Changes in the way that autism is defined may mean fewer cases, and could leave many families without needed services
With no approved medications to treat autism, more parents are turning to alternative therapies to help their kids.
Up to 50% of children with a genetic disorder unrelated to autism are mistakenly diagnosed with the developmental disorder, and that can lead to inappropriate treatments that can worsen their condition.
The latest findings hint at why autistic children are more interested in objects and ideas than they are in other people.
Artificially stimulating labor is associated with a slightly higher risk of autism, but researchers caution that the link may be complicated.
New research bolsters the idea that the risk for psychiatric and developmental disorders isn’t specific to particular conditions — and that could mean new opportunities to treat mental illnesses that focus more on their common genetic roots.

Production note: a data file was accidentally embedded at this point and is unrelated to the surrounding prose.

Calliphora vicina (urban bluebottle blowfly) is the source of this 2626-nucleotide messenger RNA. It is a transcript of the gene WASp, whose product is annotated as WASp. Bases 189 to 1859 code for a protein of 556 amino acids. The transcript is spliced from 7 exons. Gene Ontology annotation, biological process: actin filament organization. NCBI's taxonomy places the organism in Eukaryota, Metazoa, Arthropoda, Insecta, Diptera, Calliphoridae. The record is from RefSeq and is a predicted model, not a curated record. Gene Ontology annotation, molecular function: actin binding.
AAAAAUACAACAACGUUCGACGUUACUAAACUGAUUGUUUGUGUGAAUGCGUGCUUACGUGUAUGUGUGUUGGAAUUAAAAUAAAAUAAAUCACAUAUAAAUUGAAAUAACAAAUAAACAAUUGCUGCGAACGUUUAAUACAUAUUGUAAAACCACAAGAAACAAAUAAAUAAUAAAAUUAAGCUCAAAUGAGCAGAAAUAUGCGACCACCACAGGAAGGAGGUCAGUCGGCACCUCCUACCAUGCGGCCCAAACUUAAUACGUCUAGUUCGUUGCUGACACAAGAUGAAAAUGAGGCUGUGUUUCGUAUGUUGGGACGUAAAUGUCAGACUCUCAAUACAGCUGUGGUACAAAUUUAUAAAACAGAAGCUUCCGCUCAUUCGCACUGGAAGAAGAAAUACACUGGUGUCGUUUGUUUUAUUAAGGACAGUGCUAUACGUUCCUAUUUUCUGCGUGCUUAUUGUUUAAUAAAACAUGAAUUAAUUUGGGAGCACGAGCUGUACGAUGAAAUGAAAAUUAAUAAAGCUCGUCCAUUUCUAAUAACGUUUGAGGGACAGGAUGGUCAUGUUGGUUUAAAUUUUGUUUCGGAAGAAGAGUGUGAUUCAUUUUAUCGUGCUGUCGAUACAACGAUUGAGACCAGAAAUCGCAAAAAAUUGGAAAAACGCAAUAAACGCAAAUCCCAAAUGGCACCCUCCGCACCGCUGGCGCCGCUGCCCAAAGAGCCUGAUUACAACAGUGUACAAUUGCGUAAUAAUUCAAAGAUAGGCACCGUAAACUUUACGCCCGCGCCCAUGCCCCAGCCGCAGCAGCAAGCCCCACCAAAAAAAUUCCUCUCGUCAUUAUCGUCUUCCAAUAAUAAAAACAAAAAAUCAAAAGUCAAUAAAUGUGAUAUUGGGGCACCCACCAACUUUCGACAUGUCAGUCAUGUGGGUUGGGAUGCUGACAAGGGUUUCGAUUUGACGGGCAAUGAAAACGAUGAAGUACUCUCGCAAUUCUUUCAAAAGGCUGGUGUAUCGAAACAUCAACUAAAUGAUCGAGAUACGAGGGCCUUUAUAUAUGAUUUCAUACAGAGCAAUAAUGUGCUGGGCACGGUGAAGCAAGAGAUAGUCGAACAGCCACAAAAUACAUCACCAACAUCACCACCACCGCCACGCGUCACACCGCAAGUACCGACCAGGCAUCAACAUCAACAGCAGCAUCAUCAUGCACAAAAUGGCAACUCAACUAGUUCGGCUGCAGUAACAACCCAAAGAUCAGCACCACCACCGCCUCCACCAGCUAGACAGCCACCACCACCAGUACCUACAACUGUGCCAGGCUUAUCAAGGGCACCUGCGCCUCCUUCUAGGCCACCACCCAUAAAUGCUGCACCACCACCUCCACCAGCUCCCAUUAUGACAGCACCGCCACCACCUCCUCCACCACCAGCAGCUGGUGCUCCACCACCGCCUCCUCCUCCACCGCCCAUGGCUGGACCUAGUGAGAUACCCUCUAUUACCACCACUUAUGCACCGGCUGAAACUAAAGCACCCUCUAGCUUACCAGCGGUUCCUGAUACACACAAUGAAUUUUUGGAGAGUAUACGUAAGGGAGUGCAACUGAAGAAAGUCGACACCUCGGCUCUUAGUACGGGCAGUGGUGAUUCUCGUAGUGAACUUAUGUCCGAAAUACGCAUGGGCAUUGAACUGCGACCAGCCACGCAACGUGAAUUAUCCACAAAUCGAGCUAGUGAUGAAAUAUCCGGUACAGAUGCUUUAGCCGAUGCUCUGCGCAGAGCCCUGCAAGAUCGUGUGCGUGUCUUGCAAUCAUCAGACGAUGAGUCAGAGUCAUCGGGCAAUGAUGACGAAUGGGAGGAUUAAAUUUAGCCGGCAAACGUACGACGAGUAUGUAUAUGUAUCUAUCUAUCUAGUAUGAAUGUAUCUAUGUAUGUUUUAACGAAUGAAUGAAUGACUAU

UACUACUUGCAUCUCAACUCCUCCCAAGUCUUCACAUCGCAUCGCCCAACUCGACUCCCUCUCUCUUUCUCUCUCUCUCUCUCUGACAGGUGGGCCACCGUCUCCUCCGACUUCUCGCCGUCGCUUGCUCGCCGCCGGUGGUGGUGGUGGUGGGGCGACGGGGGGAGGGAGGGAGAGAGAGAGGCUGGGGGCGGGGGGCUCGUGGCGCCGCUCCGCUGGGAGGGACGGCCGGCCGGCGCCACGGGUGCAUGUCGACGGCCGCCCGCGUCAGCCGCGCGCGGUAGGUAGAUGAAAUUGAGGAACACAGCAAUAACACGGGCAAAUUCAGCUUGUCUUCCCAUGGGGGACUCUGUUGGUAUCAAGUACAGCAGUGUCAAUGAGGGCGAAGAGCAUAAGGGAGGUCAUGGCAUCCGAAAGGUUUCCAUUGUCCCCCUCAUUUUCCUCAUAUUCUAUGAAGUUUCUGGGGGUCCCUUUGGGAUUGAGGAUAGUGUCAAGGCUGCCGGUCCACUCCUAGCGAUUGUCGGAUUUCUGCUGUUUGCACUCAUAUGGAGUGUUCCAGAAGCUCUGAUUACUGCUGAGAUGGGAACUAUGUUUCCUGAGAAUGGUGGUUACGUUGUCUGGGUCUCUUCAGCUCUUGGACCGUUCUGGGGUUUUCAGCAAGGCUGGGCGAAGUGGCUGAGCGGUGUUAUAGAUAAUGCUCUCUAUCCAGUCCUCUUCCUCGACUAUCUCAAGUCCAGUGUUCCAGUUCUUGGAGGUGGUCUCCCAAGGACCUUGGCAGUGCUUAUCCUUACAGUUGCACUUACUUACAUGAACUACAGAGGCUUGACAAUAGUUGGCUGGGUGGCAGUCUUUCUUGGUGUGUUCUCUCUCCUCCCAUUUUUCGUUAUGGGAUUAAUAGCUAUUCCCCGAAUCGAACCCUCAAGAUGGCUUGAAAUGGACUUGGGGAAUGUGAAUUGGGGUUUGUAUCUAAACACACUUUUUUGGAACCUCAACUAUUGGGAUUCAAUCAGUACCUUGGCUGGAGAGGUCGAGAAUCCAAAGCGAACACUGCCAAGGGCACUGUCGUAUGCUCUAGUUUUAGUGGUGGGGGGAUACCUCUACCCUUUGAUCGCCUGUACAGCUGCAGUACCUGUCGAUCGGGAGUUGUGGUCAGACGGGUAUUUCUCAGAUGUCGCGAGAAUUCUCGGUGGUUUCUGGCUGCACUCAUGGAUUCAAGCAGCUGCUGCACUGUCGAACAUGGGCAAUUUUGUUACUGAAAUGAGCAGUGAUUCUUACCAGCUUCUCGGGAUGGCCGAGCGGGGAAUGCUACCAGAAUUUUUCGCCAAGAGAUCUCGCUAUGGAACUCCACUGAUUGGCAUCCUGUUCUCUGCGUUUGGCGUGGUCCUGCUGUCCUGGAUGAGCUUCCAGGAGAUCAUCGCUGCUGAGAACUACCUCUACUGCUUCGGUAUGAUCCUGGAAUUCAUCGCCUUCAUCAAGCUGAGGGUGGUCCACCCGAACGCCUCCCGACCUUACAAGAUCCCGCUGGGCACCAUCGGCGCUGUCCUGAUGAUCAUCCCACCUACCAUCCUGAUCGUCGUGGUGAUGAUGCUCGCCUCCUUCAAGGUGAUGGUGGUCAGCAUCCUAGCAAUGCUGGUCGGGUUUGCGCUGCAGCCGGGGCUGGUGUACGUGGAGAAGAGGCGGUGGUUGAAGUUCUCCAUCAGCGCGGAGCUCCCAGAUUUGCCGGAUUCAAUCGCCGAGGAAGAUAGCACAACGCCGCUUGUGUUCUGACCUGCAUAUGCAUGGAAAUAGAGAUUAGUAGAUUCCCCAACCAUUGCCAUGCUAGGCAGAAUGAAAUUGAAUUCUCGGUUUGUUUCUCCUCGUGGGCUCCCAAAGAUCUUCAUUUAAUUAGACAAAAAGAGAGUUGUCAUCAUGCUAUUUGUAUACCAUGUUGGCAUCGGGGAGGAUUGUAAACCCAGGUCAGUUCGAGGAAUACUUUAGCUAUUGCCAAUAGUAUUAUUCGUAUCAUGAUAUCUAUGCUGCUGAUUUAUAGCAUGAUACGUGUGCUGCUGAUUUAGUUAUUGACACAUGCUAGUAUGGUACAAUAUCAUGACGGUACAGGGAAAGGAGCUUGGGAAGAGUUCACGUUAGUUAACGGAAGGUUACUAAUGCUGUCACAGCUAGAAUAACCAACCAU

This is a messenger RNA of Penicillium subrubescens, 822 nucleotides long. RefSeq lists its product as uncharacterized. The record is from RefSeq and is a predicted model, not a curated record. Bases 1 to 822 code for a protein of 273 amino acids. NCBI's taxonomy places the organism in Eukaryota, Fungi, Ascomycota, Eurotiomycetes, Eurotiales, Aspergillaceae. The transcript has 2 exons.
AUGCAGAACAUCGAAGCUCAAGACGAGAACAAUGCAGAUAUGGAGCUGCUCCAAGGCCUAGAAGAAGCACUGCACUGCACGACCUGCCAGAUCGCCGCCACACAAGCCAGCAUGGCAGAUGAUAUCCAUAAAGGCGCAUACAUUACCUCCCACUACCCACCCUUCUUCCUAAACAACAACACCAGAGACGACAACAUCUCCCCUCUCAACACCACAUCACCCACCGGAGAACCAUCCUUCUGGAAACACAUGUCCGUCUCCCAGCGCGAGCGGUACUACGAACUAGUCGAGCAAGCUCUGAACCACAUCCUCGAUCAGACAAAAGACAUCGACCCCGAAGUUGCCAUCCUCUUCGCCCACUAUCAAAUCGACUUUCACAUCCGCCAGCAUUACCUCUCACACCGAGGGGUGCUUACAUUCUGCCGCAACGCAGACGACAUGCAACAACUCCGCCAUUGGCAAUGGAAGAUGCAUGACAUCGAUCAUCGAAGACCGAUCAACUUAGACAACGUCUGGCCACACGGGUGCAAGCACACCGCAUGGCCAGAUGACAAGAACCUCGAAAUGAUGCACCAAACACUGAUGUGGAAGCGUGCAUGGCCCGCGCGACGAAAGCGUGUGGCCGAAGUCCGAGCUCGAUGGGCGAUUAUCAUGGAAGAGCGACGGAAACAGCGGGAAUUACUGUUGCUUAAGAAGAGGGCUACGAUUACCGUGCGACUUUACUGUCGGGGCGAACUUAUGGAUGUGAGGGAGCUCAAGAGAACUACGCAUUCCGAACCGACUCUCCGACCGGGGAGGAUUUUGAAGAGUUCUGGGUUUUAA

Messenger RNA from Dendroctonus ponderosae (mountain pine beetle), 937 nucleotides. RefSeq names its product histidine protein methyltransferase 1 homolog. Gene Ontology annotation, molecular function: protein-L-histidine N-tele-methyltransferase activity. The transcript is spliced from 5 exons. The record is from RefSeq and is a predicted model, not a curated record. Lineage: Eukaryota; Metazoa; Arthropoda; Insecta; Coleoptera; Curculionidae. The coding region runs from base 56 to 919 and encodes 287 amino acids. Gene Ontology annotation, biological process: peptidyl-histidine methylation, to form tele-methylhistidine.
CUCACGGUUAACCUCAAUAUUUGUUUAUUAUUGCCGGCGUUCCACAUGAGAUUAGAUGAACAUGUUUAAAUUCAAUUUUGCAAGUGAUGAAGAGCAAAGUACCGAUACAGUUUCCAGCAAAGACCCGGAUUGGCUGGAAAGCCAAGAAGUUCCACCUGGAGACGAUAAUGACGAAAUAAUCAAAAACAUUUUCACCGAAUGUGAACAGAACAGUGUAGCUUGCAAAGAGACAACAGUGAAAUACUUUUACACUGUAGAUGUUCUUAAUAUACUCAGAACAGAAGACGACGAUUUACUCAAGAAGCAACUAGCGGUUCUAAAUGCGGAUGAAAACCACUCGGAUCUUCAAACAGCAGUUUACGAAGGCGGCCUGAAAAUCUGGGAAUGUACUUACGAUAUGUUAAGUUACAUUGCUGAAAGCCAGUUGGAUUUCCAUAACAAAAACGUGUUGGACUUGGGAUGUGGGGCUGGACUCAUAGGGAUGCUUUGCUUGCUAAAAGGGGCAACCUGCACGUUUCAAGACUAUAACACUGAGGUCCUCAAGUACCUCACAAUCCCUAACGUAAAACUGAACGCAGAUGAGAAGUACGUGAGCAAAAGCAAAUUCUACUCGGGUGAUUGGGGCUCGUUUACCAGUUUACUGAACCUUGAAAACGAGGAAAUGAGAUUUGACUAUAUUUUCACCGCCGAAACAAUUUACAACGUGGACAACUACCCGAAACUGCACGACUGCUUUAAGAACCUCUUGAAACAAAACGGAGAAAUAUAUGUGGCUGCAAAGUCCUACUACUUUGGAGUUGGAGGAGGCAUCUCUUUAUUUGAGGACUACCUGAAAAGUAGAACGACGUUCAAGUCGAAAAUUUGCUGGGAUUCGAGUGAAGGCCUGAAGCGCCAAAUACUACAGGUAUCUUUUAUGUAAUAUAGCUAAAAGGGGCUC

By taking advantage of disrupted motor connections in the brains of autistic children, researchers say it may be possible for affected kids to guide their own therapy.
A test for six antibodies in an expectant mom’s blood may predict with more than 99% certainty which children are at highest risk of developing autism.
Genetic changes are almost certainly behind many cases of autism, and the latest research suggests that some of those alterations may be contributing to more densely connected networks of brain nerves.
Pollutants in the air are known to affect brain development, but the first national study of in utero exposure and autism rates raises new concerns.
Infants now receive several shots at a time, but the latest study says that does not increase their risk of developing autism.
The results are the first to suggest a trans-generational contributor to the developmental disorder.
So-called treatments for drug users and the disabled in some places of the world—including the U.S.— are far from helpful, says a new United Nations (U.N.) report.